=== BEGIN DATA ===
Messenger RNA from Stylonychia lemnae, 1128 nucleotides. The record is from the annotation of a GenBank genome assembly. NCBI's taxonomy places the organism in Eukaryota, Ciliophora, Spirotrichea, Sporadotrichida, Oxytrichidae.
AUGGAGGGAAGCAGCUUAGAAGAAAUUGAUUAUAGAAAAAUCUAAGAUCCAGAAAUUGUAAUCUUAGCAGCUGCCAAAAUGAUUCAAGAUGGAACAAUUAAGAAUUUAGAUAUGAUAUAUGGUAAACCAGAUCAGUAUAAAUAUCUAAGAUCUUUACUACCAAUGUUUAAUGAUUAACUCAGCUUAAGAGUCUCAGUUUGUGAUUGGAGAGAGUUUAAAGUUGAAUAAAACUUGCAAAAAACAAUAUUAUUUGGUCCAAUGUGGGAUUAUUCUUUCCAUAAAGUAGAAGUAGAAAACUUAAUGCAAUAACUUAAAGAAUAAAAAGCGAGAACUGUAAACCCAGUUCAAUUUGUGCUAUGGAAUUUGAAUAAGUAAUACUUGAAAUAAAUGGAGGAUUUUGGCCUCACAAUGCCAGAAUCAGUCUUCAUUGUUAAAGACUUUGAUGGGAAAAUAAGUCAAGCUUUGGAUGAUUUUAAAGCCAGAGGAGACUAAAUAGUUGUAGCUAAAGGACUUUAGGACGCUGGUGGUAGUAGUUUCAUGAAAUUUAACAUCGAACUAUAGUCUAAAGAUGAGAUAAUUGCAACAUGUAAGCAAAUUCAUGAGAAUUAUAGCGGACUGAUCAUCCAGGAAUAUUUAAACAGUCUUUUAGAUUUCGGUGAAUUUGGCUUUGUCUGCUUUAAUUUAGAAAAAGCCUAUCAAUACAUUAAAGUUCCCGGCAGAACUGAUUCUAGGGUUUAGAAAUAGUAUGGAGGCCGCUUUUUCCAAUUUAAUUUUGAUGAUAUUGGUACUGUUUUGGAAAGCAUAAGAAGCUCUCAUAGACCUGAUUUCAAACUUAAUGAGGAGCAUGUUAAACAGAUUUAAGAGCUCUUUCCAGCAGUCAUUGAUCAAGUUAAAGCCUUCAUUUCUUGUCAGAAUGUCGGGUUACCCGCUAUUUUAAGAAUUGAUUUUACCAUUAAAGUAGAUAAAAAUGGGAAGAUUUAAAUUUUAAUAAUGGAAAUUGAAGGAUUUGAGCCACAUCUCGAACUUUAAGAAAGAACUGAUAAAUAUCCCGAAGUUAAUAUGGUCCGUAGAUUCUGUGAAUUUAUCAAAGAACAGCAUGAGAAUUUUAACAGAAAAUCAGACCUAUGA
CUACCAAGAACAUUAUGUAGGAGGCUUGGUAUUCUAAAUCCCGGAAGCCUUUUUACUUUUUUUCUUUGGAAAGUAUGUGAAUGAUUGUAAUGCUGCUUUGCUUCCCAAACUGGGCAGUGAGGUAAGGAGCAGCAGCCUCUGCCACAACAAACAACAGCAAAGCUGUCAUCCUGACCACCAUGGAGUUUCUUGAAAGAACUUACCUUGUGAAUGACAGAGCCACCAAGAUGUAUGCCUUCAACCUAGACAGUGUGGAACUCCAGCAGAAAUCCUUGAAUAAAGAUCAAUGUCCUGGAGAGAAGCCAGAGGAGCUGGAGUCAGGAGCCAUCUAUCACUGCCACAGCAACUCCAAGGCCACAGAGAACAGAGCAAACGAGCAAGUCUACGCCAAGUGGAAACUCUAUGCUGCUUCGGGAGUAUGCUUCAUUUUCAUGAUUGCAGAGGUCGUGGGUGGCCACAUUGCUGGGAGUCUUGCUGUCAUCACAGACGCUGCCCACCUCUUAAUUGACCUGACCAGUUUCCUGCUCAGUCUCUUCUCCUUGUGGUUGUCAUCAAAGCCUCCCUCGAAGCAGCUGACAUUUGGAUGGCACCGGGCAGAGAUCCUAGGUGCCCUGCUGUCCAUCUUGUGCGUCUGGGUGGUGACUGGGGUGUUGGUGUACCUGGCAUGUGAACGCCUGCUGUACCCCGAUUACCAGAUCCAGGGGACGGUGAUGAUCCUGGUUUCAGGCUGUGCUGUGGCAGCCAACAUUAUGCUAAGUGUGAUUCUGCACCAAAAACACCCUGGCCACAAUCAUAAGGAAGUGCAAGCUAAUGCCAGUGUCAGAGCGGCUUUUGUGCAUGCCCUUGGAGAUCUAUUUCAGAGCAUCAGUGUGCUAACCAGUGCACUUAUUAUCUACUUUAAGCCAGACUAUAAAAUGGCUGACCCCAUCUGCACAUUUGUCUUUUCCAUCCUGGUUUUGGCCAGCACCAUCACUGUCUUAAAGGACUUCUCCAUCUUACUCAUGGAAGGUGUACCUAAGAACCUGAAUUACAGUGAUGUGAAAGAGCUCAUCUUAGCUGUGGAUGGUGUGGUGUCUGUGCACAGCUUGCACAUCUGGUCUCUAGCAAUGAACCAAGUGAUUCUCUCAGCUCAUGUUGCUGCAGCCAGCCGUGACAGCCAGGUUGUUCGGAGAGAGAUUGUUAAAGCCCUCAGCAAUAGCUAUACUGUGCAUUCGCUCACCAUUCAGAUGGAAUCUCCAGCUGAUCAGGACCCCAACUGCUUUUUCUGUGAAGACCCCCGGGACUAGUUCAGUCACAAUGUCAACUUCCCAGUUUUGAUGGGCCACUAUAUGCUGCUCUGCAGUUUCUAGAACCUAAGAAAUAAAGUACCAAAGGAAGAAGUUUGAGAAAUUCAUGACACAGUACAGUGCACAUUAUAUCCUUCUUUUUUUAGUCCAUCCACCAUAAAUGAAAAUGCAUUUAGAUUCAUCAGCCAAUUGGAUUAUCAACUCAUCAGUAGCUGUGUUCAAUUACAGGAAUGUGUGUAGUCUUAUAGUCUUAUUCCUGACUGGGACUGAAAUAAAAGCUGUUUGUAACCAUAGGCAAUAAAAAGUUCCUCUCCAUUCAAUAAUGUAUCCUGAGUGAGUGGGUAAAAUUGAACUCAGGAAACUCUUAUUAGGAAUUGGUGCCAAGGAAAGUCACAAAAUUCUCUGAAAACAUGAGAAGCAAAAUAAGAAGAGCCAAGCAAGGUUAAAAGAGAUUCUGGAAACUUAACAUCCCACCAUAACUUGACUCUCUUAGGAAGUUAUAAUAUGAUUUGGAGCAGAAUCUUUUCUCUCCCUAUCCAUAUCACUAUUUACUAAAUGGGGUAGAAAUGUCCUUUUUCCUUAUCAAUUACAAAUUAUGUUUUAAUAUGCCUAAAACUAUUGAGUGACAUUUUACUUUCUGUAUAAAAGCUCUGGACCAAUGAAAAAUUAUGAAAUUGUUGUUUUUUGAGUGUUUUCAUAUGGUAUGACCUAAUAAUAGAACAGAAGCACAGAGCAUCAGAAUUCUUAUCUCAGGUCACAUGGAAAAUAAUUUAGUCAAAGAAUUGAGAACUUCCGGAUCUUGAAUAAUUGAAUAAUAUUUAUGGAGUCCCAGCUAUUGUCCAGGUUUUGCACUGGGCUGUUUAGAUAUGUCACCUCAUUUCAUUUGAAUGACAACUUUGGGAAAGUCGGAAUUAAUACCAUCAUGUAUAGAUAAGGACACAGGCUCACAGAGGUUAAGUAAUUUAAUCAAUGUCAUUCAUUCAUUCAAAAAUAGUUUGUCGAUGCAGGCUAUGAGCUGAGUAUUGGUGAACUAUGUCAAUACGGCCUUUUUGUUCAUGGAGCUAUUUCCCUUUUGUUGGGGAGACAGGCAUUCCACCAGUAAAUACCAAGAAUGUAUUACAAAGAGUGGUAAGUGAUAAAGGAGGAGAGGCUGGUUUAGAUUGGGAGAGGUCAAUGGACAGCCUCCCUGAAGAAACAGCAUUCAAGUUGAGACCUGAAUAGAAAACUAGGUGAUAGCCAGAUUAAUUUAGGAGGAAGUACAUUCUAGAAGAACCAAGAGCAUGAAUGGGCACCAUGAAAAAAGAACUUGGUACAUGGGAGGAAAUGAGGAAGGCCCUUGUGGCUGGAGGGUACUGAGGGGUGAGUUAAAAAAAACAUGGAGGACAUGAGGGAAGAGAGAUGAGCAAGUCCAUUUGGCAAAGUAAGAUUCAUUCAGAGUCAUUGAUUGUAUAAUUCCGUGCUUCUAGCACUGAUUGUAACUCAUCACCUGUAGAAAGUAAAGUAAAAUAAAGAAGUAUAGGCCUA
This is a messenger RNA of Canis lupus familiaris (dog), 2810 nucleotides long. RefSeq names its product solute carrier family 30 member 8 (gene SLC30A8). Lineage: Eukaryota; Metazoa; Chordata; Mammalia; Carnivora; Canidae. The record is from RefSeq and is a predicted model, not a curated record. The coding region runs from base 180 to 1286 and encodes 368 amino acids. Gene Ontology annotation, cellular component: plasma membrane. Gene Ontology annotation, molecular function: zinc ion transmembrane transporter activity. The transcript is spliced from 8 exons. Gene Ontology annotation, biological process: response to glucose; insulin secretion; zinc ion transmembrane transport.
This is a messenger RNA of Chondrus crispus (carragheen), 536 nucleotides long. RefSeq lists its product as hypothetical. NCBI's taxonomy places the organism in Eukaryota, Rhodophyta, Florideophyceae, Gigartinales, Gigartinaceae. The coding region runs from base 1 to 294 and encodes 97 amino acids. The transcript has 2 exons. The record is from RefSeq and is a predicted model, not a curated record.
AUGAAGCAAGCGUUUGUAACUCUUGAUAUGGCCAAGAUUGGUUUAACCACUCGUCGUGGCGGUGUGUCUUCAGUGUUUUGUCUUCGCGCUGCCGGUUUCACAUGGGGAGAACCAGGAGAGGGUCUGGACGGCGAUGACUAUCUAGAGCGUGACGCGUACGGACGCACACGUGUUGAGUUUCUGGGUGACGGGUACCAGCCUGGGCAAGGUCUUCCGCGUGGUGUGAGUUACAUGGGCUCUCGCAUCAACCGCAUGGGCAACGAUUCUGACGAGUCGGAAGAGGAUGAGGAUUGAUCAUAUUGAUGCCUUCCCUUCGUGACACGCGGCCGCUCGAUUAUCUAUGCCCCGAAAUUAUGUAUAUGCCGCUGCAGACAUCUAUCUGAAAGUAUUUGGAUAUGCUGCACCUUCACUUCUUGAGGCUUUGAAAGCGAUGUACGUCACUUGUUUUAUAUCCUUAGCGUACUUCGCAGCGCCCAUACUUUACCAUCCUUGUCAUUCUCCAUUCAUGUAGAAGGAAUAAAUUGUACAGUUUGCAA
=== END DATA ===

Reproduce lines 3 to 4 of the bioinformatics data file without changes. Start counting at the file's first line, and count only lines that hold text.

CUACCAAGAACAUUAUGUAGGAGGCUUGGUAUUCUAAAUCCCGGAAGCCUUUUUACUUUUUUUCUUUGGAAAGUAUGUGAAUGAUUGUAAUGCUGCUUUGCUUCCCAAACUGGGCAGUGAGGUAAGGAGCAGCAGCCUCUGCCACAACAAACAACAGCAAAGCUGUCAUCCUGACCACCAUGGAGUUUCUUGAAAGAACUUACCUUGUGAAUGACAGAGCCACCAAGAUGUAUGCCUUCAACCUAGACAGUGUGGAACUCCAGCAGAAAUCCUUGAAUAAAGAUCAAUGUCCUGGAGAGAAGCCAGAGGAGCUGGAGUCAGGAGCCAUCUAUCACUGCCACAGCAACUCCAAGGCCACAGAGAACAGAGCAAACGAGCAAGUCUACGCCAAGUGGAAACUCUAUGCUGCUUCGGGAGUAUGCUUCAUUUUCAUGAUUGCAGAGGUCGUGGGUGGCCACAUUGCUGGGAGUCUUGCUGUCAUCACAGACGCUGCCCACCUCUUAAUUGACCUGACCAGUUUCCUGCUCAGUCUCUUCUCCUUGUGGUUGUCAUCAAAGCCUCCCUCGAAGCAGCUGACAUUUGGAUGGCACCGGGCAGAGAUCCUAGGUGCCCUGCUGUCCAUCUUGUGCGUCUGGGUGGUGACUGGGGUGUUGGUGUACCUGGCAUGUGAACGCCUGCUGUACCCCGAUUACCAGAUCCAGGGGACGGUGAUGAUCCUGGUUUCAGGCUGUGCUGUGGCAGCCAACAUUAUGCUAAGUGUGAUUCUGCACCAAAAACACCCUGGCCACAAUCAUAAGGAAGUGCAAGCUAAUGCCAGUGUCAGAGCGGCUUUUGUGCAUGCCCUUGGAGAUCUAUUUCAGAGCAUCAGUGUGCUAACCAGUGCACUUAUUAUCUACUUUAAGCCAGACUAUAAAAUGGCUGACCCCAUCUGCACAUUUGUCUUUUCCAUCCUGGUUUUGGCCAGCACCAUCACUGUCUUAAAGGACUUCUCCAUCUUACUCAUGGAAGGUGUACCUAAGAACCUGAAUUACAGUGAUGUGAAAGAGCUCAUCUUAGCUGUGGAUGGUGUGGUGUCUGUGCACAGCUUGCACAUCUGGUCUCUAGCAAUGAACCAAGUGAUUCUCUCAGCUCAUGUUGCUGCAGCCAGCCGUGACAGCCAGGUUGUUCGGAGAGAGAUUGUUAAAGCCCUCAGCAAUAGCUAUACUGUGCAUUCGCUCACCAUUCAGAUGGAAUCUCCAGCUGAUCAGGACCCCAACUGCUUUUUCUGUGAAGACCCCCGGGACUAGUUCAGUCACAAUGUCAACUUCCCAGUUUUGAUGGGCCACUAUAUGCUGCUCUGCAGUUUCUAGAACCUAAGAAAUAAAGUACCAAAGGAAGAAGUUUGAGAAAUUCAUGACACAGUACAGUGCACAUUAUAUCCUUCUUUUUUUAGUCCAUCCACCAUAAAUGAAAAUGCAUUUAGAUUCAUCAGCCAAUUGGAUUAUCAACUCAUCAGUAGCUGUGUUCAAUUACAGGAAUGUGUGUAGUCUUAUAGUCUUAUUCCUGACUGGGACUGAAAUAAAAGCUGUUUGUAACCAUAGGCAAUAAAAAGUUCCUCUCCAUUCAAUAAUGUAUCCUGAGUGAGUGGGUAAAAUUGAACUCAGGAAACUCUUAUUAGGAAUUGGUGCCAAGGAAAGUCACAAAAUUCUCUGAAAACAUGAGAAGCAAAAUAAGAAGAGCCAAGCAAGGUUAAAAGAGAUUCUGGAAACUUAACAUCCCACCAUAACUUGACUCUCUUAGGAAGUUAUAAUAUGAUUUGGAGCAGAAUCUUUUCUCUCCCUAUCCAUAUCACUAUUUACUAAAUGGGGUAGAAAUGUCCUUUUUCCUUAUCAAUUACAAAUUAUGUUUUAAUAUGCCUAAAACUAUUGAGUGACAUUUUACUUUCUGUAUAAAAGCUCUGGACCAAUGAAAAAUUAUGAAAUUGUUGUUUUUUGAGUGUUUUCAUAUGGUAUGACCUAAUAAUAGAACAGAAGCACAGAGCAUCAGAAUUCUUAUCUCAGGUCACAUGGAAAAUAAUUUAGUCAAAGAAUUGAGAACUUCCGGAUCUUGAAUAAUUGAAUAAUAUUUAUGGAGUCCCAGCUAUUGUCCAGGUUUUGCACUGGGCUGUUUAGAUAUGUCACCUCAUUUCAUUUGAAUGACAACUUUGGGAAAGUCGGAAUUAAUACCAUCAUGUAUAGAUAAGGACACAGGCUCACAGAGGUUAAGUAAUUUAAUCAAUGUCAUUCAUUCAUUCAAAAAUAGUUUGUCGAUGCAGGCUAUGAGCUGAGUAUUGGUGAACUAUGUCAAUACGGCCUUUUUGUUCAUGGAGCUAUUUCCCUUUUGUUGGGGAGACAGGCAUUCCACCAGUAAAUACCAAGAAUGUAUUACAAAGAGUGGUAAGUGAUAAAGGAGGAGAGGCUGGUUUAGAUUGGGAGAGGUCAAUGGACAGCCUCCCUGAAGAAACAGCAUUCAAGUUGAGACCUGAAUAGAAAACUAGGUGAUAGCCAGAUUAAUUUAGGAGGAAGUACAUUCUAGAAGAACCAAGAGCAUGAAUGGGCACCAUGAAAAAAGAACUUGGUACAUGGGAGGAAAUGAGGAAGGCCCUUGUGGCUGGAGGGUACUGAGGGGUGAGUUAAAAAAAACAUGGAGGACAUGAGGGAAGAGAGAUGAGCAAGUCCAUUUGGCAAAGUAAGAUUCAUUCAGAGUCAUUGAUUGUAUAAUUCCGUGCUUCUAGCACUGAUUGUAACUCAUCACCUGUAGAAAGUAAAGUAAAAUAAAGAAGUAUAGGCCUA
This is a messenger RNA of Canis lupus familiaris (dog), 2810 nucleotides long. RefSeq names its product solute carrier family 30 member 8 (gene SLC30A8). Lineage: Eukaryota; Metazoa; Chordata; Mammalia; Carnivora; Canidae. The record is from RefSeq and is a predicted model, not a curated record. The coding region runs from base 180 to 1286 and encodes 368 amino acids. Gene Ontology annotation, cellular component: plasma membrane. Gene Ontology annotation, molecular function: zinc ion transmembrane transporter activity. The transcript is spliced from 8 exons. Gene Ontology annotation, biological process: response to glucose; insulin secretion; zinc ion transmembrane transport.